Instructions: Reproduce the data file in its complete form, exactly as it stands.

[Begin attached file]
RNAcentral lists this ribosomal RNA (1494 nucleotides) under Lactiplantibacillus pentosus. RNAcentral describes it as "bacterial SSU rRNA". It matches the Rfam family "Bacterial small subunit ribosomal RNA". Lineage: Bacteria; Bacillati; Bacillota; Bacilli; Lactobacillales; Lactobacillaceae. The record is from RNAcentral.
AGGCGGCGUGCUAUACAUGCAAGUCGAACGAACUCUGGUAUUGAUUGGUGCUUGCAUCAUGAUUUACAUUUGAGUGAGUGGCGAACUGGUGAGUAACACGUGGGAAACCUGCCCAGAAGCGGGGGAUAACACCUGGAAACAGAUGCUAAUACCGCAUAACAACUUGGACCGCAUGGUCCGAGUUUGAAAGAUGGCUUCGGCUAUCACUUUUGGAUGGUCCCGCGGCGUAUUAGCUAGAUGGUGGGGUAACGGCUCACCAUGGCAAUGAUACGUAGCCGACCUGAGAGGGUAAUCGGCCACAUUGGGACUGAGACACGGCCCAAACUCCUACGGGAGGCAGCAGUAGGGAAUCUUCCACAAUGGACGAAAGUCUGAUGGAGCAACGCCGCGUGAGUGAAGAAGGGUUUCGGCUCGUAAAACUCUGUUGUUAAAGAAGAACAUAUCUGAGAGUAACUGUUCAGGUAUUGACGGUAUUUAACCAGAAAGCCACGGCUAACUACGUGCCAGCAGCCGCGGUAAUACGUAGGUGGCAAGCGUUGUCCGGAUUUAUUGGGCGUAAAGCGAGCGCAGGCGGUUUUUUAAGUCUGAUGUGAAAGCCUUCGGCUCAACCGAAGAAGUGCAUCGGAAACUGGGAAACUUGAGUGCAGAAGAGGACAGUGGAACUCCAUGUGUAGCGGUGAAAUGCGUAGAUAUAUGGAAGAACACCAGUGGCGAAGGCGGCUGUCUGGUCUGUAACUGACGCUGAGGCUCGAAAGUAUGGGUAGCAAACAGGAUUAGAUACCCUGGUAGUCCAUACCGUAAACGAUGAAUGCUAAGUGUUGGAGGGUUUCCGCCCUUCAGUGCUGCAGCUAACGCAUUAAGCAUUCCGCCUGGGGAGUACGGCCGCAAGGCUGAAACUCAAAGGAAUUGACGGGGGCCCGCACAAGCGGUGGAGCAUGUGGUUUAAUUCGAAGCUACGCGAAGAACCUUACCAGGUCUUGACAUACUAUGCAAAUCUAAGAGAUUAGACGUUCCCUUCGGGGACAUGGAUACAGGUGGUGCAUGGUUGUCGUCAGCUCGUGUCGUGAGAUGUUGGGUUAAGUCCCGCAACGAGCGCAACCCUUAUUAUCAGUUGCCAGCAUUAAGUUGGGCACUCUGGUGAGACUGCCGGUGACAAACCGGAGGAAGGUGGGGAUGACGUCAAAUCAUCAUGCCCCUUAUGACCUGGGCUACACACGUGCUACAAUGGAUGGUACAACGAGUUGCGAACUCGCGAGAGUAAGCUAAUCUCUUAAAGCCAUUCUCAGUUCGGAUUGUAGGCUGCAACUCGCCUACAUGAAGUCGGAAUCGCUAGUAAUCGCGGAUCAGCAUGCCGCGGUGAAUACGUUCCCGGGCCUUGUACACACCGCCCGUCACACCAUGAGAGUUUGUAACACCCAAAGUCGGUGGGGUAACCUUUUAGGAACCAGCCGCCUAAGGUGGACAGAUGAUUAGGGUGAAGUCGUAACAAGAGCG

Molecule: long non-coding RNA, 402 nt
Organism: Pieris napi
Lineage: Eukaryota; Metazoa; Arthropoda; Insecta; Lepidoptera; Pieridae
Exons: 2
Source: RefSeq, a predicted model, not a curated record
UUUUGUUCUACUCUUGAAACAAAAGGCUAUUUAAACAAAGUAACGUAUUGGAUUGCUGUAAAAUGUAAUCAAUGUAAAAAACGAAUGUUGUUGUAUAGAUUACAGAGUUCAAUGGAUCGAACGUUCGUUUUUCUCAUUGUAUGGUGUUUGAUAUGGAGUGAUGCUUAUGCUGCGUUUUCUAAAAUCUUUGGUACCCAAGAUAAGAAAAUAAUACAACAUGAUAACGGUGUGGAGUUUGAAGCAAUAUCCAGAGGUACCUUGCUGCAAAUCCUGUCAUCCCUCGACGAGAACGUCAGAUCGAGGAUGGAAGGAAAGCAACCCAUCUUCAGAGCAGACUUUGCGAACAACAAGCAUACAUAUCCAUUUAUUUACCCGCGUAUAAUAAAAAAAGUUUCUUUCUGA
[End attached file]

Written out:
RNAcentral lists this ribosomal RNA (1494 nucleotides) under Lactiplantibacillus pentosus. RNAcentral describes it as "bacterial SSU rRNA". It matches the Rfam family "Bacterial small subunit ribosomal RNA". Lineage: Bacteria; Bacillati; Bacillota; Bacilli; Lactobacillales; Lactobacillaceae. The record is from RNAcentral.
AGGCGGCGUGCUAUACAUGCAAGUCGAACGAACUCUGGUAUUGAUUGGUGCUUGCAUCAUGAUUUACAUUUGAGUGAGUGGCGAACUGGUGAGUAACACGUGGGAAACCUGCCCAGAAGCGGGGGAUAACACCUGGAAACAGAUGCUAAUACCGCAUAACAACUUGGACCGCAUGGUCCGAGUUUGAAAGAUGGCUUCGGCUAUCACUUUUGGAUGGUCCCGCGGCGUAUUAGCUAGAUGGUGGGGUAACGGCUCACCAUGGCAAUGAUACGUAGCCGACCUGAGAGGGUAAUCGGCCACAUUGGGACUGAGACACGGCCCAAACUCCUACGGGAGGCAGCAGUAGGGAAUCUUCCACAAUGGACGAAAGUCUGAUGGAGCAACGCCGCGUGAGUGAAGAAGGGUUUCGGCUCGUAAAACUCUGUUGUUAAAGAAGAACAUAUCUGAGAGUAACUGUUCAGGUAUUGACGGUAUUUAACCAGAAAGCCACGGCUAACUACGUGCCAGCAGCCGCGGUAAUACGUAGGUGGCAAGCGUUGUCCGGAUUUAUUGGGCGUAAAGCGAGCGCAGGCGGUUUUUUAAGUCUGAUGUGAAAGCCUUCGGCUCAACCGAAGAAGUGCAUCGGAAACUGGGAAACUUGAGUGCAGAAGAGGACAGUGGAACUCCAUGUGUAGCGGUGAAAUGCGUAGAUAUAUGGAAGAACACCAGUGGCGAAGGCGGCUGUCUGGUCUGUAACUGACGCUGAGGCUCGAAAGUAUGGGUAGCAAACAGGAUUAGAUACCCUGGUAGUCCAUACCGUAAACGAUGAAUGCUAAGUGUUGGAGGGUUUCCGCCCUUCAGUGCUGCAGCUAACGCAUUAAGCAUUCCGCCUGGGGAGUACGGCCGCAAGGCUGAAACUCAAAGGAAUUGACGGGGGCCCGCACAAGCGGUGGAGCAUGUGGUUUAAUUCGAAGCUACGCGAAGAACCUUACCAGGUCUUGACAUACUAUGCAAAUCUAAGAGAUUAGACGUUCCCUUCGGGGACAUGGAUACAGGUGGUGCAUGGUUGUCGUCAGCUCGUGUCGUGAGAUGUUGGGUUAAGUCCCGCAACGAGCGCAACCCUUAUUAUCAGUUGCCAGCAUUAAGUUGGGCACUCUGGUGAGACUGCCGGUGACAAACCGGAGGAAGGUGGGGAUGACGUCAAAUCAUCAUGCCCCUUAUGACCUGGGCUACACACGUGCUACAAUGGAUGGUACAACGAGUUGCGAACUCGCGAGAGUAAGCUAAUCUCUUAAAGCCAUUCUCAGUUCGGAUUGUAGGCUGCAACUCGCCUACAUGAAGUCGGAAUCGCUAGUAAUCGCGGAUCAGCAUGCCGCGGUGAAUACGUUCCCGGGCCUUGUACACACCGCCCGUCACACCAUGAGAGUUUGUAACACCCAAAGUCGGUGGGGUAACCUUUUAGGAACCAGCCGCCUAAGGUGGACAGAUGAUUAGGGUGAAGUCGUAACAAGAGCG

Molecule: long non-coding RNA, 402 nt
Organism: Pieris napi
Lineage: Eukaryota; Metazoa; Arthropoda; Insecta; Lepidoptera; Pieridae
Exons: 2
Source: RefSeq, a predicted model, not a curated record
UUUUGUUCUACUCUUGAAACAAAAGGCUAUUUAAACAAAGUAACGUAUUGGAUUGCUGUAAAAUGUAAUCAAUGUAAAAAACGAAUGUUGUUGUAUAGAUUACAGAGUUCAAUGGAUCGAACGUUCGUUUUUCUCAUUGUAUGGUGUUUGAUAUGGAGUGAUGCUUAUGCUGCGUUUUCUAAAAUCUUUGGUACCCAAGAUAAGAAAAUAAUACAACAUGAUAACGGUGUGGAGUUUGAAGCAAUAUCCAGAGGUACCUUGCUGCAAAUCCUGUCAUCCCUCGACGAGAACGUCAGAUCGAGGAUGGAAGGAAAGCAACCCAUCUUCAGAGCAGACUUUGCGAACAACAAGCAUACAUAUCCAUUUAUUUACCCGCGUAUAAUAAAAAAAGUUUCUUUCUGA